Against the Wild Green Range

When her father is killed in 1873, supposedly by Sioux warriors, twenty-two year old Alexia Rourke inherits the family’s Wyoming ranch. Her embittered cousin, Jason wants to sell all the cattle and take the money and run. After a tense confrontation, Alexia fires Jason, making him leave the ranch.

After being chased and almost killed by Sioux Indians, Alexia decides there has to be a better way to retrieve her cattle, which keep wandering across the North Platte River onto the Sioux reservation. Although it is technically illegal for whites to go on the reservation, Alexia feels like she has no choice. If she can’t retrieve all her cattle off of Sioux land, she won’t have enough to sell in Cheyenne after the fall roundup and then she’ll have to accept a loan from Derwood Ashburton, a local banker who, despite being married with three children, will do almost anything, including attempted rape, to make Alexia his latest conquest.

A visit to Fort Laramie dashes her hopes, not only for help against the Indians, but also in her quest to attract the romantic attention of Lieutenant Michael Prentiss, the fort’s new adjutant.

A wild scheme to meet with Chief Mato and get his permission to gather her cattle, a last ditch run around Lieutenant Prentiss’ floozy fiancé, and a showdown with a group of rustlers test Alexia’s wiles.

Title: Against the Wild Green Range

Author: Paul F. Murray

Length: 192 pages

Published: June 10, 2015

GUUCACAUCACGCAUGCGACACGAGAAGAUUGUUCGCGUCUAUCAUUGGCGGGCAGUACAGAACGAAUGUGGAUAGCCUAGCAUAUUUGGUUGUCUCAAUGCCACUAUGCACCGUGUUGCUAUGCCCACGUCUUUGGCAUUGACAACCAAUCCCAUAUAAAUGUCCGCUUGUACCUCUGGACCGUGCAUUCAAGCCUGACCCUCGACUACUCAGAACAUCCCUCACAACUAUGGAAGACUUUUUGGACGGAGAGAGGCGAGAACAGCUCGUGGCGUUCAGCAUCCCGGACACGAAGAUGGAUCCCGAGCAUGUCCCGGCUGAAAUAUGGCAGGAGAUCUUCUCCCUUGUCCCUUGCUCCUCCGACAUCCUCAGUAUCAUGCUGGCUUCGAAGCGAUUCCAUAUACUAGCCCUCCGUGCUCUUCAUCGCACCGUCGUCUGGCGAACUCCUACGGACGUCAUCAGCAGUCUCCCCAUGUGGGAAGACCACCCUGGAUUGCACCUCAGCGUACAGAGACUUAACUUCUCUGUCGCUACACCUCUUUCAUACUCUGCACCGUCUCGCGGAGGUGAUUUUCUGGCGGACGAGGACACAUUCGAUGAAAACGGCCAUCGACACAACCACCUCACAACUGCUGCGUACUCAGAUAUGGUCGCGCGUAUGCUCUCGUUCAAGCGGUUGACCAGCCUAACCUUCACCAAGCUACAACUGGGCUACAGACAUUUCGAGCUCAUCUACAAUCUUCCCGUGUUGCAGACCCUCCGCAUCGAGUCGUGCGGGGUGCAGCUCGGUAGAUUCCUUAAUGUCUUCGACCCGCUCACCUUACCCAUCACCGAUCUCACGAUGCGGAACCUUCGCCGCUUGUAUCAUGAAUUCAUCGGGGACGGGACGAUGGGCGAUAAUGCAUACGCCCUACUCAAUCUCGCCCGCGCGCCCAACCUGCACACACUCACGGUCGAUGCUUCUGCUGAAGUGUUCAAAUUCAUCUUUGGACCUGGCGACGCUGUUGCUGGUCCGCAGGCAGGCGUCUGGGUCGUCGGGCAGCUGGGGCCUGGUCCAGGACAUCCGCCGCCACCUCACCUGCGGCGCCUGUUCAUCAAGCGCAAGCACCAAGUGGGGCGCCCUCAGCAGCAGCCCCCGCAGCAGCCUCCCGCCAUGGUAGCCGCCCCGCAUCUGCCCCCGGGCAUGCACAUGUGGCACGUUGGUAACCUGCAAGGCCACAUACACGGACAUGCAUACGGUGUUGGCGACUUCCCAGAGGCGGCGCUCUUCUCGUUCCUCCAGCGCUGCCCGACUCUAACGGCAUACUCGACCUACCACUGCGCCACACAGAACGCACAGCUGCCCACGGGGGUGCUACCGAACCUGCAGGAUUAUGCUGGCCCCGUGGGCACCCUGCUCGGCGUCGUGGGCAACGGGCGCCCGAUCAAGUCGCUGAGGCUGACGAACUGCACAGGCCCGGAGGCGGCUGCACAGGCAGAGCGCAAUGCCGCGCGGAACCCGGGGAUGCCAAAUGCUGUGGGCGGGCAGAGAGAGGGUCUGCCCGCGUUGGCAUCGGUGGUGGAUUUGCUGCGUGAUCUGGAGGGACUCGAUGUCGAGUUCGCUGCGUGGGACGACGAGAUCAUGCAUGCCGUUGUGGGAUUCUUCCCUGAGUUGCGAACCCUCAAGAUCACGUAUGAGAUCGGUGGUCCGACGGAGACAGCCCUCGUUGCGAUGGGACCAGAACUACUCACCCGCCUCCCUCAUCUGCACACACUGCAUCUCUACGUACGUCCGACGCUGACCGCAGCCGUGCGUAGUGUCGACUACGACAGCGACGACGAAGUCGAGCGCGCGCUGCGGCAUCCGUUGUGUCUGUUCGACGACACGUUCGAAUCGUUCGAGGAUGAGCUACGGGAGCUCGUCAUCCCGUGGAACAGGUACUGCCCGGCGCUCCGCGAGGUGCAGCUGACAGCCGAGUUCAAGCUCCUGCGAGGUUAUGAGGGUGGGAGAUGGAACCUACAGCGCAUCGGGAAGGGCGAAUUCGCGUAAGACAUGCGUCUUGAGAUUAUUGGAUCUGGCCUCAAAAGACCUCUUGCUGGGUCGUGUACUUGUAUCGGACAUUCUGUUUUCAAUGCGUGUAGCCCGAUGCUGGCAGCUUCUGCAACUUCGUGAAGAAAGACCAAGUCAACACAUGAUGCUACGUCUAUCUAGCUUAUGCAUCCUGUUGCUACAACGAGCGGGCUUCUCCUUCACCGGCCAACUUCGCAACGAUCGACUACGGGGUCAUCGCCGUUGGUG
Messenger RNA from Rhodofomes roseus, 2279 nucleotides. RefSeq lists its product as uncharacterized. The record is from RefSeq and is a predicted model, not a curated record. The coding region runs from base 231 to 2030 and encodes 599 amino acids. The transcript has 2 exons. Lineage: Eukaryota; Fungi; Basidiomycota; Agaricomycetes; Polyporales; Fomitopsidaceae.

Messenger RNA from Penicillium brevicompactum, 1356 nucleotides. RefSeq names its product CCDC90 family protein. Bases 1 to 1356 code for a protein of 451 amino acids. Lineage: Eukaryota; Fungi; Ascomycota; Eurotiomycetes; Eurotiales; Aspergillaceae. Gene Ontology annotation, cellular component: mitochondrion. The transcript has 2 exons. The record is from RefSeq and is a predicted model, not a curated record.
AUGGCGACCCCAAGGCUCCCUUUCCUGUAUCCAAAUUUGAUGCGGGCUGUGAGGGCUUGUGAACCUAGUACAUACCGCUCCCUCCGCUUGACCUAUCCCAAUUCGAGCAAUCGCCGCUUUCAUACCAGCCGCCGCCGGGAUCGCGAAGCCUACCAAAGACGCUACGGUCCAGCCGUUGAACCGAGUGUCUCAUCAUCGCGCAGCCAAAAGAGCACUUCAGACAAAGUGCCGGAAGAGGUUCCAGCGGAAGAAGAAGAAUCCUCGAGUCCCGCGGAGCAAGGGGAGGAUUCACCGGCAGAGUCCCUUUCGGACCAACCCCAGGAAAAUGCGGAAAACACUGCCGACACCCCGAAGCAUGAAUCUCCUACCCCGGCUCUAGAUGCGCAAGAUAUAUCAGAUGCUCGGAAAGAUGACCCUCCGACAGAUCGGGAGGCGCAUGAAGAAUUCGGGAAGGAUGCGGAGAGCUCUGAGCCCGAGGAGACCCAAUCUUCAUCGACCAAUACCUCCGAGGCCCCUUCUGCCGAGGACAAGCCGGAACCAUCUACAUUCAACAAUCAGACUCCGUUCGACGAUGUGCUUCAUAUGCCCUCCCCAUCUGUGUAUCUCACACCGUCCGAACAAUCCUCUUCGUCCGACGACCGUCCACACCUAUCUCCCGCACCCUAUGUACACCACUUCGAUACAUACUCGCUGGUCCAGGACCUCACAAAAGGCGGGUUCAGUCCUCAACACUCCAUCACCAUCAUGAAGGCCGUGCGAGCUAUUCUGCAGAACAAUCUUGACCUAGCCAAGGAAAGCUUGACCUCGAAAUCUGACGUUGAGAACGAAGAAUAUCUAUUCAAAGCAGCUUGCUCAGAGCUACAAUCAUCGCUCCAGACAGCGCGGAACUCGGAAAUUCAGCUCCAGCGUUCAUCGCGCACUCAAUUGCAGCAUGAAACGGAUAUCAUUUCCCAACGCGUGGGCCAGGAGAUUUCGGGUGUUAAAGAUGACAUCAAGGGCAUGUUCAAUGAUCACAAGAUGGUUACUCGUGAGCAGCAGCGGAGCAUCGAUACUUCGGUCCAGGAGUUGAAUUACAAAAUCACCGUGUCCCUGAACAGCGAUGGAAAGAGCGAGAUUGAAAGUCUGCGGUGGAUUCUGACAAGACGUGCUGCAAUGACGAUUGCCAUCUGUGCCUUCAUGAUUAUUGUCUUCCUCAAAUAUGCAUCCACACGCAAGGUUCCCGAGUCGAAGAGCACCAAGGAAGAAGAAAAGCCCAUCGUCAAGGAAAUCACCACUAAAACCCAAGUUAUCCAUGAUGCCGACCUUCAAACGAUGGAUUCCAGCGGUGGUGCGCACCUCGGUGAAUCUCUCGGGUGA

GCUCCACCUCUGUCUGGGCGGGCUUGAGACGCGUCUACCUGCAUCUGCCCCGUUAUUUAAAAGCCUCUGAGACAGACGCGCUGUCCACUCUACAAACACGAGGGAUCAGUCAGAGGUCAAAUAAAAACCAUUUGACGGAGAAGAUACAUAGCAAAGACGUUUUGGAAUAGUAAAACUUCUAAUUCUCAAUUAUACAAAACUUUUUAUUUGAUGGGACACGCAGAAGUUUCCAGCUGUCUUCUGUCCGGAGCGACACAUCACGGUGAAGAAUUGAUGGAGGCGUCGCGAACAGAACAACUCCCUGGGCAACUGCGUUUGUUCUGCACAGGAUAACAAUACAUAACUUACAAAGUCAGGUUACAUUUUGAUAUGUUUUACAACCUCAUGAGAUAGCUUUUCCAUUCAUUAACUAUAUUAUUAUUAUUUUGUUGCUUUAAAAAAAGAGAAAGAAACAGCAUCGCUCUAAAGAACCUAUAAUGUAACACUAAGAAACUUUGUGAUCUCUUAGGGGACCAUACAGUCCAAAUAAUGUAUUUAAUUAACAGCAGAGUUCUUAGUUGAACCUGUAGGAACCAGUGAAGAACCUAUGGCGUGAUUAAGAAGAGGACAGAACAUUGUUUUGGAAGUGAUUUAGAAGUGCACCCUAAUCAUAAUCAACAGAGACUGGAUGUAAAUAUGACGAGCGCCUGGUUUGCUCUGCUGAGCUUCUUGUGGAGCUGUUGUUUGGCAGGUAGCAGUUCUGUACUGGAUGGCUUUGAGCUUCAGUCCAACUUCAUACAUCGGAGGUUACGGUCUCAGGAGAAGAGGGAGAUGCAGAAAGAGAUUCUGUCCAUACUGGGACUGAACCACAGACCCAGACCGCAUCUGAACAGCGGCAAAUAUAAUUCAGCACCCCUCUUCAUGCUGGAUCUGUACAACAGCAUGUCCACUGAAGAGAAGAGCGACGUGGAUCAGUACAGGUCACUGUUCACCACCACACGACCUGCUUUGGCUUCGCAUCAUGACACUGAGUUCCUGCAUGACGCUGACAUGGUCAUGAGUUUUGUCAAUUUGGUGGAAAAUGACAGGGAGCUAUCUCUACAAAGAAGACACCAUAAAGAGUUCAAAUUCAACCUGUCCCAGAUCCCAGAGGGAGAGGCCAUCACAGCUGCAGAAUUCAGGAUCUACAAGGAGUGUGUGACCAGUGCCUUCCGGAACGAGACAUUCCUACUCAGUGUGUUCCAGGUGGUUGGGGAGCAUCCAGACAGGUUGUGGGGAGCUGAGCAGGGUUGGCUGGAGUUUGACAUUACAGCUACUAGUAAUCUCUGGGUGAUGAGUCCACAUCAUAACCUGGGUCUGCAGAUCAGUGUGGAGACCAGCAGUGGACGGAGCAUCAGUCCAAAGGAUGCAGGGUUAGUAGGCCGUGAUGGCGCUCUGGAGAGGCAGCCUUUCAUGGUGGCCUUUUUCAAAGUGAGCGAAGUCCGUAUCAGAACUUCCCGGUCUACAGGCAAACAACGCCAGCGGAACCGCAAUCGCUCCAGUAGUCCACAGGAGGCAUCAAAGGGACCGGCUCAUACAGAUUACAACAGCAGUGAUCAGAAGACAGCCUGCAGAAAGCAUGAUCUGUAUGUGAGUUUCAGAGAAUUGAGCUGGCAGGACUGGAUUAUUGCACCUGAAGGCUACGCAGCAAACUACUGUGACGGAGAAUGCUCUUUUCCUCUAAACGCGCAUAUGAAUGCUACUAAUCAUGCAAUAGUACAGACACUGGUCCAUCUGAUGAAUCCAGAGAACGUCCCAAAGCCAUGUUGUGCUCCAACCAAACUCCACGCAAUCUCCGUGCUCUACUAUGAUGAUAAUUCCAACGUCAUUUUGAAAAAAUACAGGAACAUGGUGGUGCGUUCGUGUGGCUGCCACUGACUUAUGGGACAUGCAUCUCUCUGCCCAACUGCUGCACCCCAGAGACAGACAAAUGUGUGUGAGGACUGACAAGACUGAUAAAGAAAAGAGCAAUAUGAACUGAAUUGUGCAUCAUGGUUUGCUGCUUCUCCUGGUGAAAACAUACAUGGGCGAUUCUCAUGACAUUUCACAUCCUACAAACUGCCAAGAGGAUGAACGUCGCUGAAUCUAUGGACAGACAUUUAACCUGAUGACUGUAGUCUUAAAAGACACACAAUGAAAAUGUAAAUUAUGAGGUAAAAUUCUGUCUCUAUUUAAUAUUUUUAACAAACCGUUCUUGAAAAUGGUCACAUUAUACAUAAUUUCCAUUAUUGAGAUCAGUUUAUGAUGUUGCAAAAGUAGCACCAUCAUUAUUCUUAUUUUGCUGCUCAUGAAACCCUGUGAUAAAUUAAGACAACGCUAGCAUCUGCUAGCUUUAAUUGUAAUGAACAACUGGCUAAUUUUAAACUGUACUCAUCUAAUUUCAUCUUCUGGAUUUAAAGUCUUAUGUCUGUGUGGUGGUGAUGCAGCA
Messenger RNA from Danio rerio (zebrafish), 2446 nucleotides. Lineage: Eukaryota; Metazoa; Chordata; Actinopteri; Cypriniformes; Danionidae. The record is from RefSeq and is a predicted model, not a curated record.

Formats: Print and E-book

Publisher: New Friends Publishing

Author bio

Paul F. Murray grew up in Tawas City and Essexville, Michigan, and attended Michigan State University where he received his B.S. from the James Madison College division of MSU. The author studies ethnic, racial and religious intergroup relations. The author also earned a Master’s of Business Administration degree from Grand Valley State University in Grand Rapids, Michigan. After having worked as an energy cost consultant for business and industrial clients for many years, the author went back into journalism, living in Minnesota, Montana and finally Wyoming, where he currently covers local and state government news and local sports.

All of Murray’s novels, Freedom’s Long March, The Gifts and the Fruits, West of the Sunset, and now, Against the Wild Green Range, have been influenced by the writings and philosophy of Henry David Thoreau, by writers who have emulated Thoreau’s philosophy, and by the writings of Thoreau scholars. If Thoreau’s advocacy of a simpler lifestyle, less hurried, more in tune with nature, rang true in the mid-19th century, then how much more so in the early 21st century?